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Media group seeks release of journalists arrested over S/Sudan President viral video

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Media rights groups have called for South Sudanese authorities to release six journalists detained over a video reportedly showing President Salva Kiir urinating on himself.

The staff at the state-run South Sudan Broadcasting Corporation were arrested on Tuesday by agents from the National Security Service, according to the Committee to Protect Journalists, citing media reports and other sources familiar with the case.

They are under investigation over footage that went viral on social media in December, according to the reports, the New York-based CPJ said in a statement issued late Friday.

A video posted on YouTube shows Kiir, dressed in his trademark black hat and a grey outfit at what is described as a road commissioning ceremony, with a wet substance staining his left trouser leg.

An official from SSBC quoted by independent station Radio Tamazuj said the outlet did not broadcast the footage.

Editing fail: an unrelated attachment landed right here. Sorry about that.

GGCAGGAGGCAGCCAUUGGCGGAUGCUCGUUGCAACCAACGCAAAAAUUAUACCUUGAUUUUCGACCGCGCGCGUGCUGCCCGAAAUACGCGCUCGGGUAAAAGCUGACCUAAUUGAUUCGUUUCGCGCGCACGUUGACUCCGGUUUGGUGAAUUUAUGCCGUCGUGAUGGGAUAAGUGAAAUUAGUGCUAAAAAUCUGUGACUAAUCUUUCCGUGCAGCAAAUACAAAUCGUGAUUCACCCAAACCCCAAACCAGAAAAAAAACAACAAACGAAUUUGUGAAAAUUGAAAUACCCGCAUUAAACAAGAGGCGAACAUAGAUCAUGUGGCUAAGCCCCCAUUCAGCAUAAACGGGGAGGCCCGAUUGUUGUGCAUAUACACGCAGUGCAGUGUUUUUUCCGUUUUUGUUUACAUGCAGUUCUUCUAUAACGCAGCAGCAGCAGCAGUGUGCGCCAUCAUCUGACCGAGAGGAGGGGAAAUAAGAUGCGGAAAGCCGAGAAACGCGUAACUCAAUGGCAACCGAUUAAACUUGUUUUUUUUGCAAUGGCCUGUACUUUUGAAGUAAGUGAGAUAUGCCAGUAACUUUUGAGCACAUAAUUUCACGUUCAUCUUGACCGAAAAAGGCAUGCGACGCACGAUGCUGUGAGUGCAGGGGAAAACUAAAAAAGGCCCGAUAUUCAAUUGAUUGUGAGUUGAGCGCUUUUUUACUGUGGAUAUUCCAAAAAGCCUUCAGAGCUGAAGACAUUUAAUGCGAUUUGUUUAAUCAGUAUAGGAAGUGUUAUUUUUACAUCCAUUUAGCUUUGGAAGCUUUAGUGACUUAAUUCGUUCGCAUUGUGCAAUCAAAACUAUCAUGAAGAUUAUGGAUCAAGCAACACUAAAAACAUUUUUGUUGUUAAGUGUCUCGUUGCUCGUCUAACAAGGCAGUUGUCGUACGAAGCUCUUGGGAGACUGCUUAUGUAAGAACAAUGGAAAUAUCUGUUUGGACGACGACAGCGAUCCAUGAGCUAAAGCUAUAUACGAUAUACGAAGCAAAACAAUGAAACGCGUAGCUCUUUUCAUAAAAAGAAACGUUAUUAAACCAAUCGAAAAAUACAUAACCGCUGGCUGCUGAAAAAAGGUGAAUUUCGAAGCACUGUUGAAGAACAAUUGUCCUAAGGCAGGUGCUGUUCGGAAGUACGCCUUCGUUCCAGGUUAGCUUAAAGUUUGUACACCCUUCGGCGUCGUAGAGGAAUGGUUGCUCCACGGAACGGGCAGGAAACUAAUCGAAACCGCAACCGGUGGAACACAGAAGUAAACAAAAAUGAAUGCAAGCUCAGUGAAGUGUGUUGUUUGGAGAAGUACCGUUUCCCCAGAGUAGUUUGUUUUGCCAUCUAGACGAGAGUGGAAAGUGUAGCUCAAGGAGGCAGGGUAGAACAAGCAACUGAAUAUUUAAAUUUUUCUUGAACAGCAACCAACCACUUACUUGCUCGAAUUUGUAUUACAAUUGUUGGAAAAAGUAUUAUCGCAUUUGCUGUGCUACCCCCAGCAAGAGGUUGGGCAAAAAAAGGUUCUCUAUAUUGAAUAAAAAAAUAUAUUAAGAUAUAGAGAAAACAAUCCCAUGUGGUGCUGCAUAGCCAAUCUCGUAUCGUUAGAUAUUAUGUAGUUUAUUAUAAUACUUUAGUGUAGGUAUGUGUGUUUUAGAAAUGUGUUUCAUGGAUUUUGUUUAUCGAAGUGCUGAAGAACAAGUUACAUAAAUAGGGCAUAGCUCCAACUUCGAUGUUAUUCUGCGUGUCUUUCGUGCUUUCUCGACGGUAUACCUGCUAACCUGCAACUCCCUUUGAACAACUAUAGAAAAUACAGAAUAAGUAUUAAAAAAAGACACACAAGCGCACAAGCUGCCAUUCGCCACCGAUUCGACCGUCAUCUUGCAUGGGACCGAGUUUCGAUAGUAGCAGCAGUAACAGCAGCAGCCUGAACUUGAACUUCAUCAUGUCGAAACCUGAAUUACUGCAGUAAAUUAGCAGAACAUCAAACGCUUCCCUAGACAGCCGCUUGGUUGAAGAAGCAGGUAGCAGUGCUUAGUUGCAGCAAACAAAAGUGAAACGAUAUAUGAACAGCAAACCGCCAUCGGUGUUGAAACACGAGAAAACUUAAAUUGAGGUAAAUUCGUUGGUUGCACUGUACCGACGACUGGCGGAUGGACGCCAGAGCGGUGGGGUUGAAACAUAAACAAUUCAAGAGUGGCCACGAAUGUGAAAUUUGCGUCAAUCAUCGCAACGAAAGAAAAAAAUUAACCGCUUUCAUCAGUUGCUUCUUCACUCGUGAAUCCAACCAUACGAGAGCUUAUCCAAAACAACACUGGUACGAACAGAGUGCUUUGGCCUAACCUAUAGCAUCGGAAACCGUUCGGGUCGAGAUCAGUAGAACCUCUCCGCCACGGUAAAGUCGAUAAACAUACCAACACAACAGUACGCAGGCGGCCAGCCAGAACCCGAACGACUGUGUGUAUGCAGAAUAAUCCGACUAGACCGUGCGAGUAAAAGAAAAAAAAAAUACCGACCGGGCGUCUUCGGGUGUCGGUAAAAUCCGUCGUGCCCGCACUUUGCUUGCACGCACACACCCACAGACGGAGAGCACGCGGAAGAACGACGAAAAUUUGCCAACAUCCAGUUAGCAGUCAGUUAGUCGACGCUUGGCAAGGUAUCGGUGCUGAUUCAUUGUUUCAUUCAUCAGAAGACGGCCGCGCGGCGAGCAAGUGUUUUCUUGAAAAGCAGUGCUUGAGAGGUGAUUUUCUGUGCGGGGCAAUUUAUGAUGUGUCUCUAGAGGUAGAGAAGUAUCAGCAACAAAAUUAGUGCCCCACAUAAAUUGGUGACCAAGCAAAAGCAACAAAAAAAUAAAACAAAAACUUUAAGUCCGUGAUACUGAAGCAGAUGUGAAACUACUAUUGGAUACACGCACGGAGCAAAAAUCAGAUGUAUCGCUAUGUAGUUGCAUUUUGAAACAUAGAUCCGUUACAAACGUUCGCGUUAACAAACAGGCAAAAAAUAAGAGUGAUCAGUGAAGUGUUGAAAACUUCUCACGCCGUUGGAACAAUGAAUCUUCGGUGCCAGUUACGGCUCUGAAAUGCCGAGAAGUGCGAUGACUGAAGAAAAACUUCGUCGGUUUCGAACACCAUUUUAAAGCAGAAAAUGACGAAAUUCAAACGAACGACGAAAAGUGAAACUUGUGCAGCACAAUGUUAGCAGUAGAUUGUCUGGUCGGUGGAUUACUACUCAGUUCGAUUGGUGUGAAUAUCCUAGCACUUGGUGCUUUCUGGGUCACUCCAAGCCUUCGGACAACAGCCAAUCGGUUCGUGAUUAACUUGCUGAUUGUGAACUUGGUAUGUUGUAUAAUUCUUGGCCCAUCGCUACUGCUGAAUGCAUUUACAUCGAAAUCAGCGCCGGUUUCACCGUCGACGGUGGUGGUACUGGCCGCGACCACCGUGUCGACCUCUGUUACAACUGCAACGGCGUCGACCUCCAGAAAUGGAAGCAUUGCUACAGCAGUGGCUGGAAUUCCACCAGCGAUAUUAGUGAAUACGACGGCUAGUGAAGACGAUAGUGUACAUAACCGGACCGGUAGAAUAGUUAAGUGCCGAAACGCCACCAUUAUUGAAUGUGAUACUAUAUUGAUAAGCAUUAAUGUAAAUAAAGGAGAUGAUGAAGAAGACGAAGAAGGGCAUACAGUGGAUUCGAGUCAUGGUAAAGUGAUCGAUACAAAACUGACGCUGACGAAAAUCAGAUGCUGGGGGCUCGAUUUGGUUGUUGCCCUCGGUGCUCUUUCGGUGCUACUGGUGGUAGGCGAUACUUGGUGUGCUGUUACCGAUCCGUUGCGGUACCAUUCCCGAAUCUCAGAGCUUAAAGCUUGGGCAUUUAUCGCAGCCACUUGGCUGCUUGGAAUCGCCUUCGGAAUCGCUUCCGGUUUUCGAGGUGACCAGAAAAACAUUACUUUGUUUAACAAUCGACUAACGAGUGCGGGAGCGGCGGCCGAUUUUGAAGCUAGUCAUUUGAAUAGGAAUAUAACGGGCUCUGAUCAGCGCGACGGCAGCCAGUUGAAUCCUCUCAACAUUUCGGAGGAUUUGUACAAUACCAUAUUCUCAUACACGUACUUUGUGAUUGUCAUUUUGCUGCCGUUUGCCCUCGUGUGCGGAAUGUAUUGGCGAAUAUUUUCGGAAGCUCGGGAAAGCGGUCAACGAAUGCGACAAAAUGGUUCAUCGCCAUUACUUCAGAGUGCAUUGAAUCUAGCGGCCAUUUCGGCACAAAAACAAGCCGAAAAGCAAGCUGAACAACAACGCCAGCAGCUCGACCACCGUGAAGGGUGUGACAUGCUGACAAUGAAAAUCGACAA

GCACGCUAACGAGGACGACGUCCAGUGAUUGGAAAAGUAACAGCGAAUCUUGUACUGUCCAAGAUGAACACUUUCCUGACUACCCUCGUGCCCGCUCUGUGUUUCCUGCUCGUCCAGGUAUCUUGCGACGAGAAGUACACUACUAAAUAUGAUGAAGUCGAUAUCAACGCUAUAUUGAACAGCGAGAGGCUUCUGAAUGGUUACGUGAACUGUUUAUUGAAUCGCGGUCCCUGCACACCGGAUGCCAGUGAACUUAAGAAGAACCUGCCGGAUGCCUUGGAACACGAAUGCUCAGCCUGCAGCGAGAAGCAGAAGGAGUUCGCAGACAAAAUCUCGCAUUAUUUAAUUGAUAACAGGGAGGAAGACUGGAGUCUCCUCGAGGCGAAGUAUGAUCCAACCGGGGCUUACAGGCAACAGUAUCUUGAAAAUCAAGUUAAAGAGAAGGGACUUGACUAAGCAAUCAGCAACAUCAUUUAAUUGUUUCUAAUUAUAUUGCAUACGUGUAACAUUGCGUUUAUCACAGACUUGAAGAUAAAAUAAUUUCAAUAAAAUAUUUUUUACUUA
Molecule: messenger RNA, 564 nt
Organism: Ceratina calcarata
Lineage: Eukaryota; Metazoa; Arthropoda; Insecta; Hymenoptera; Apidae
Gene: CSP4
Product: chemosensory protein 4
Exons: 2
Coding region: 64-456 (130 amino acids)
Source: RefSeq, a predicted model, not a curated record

The arrests match “a pattern of security personnel resorting to arbitrary detention whenever officials deem coverage unfavorable”, said CPJ’s sub-Saharan Africa representative Muthoki Mumo.

“Authorities should unconditionally release these six SSBC employees and ensure that they can work without further intimidation or threat of arrest.”

The Union of Journalists of South Sudan also called for a “speedy conclusion” of the investigation into their six, who it said were suspected of “having knowledge of the release of a certain footage’ to the public”.

“If there is a prima facie case of professional misconduct or offence then let authorities expedite an administrative or legal process to address the issue in a fair, transparent (manner) and in accordance with the law,” it said in a statement on Friday.

Kiir, 71, oversaw the birth of South Sudan as an independent nation after it broke free from Sudan in July 2011.

But the world’s youngest country has lurched from crisis to crisis since then, enduring brutal conflict, political turmoil, natural disasters, and hunger. But the world’s youngest country has lurched from crisis to crisis since then, enduring brutal conflict, political turmoil, natural disasters, and hunger.

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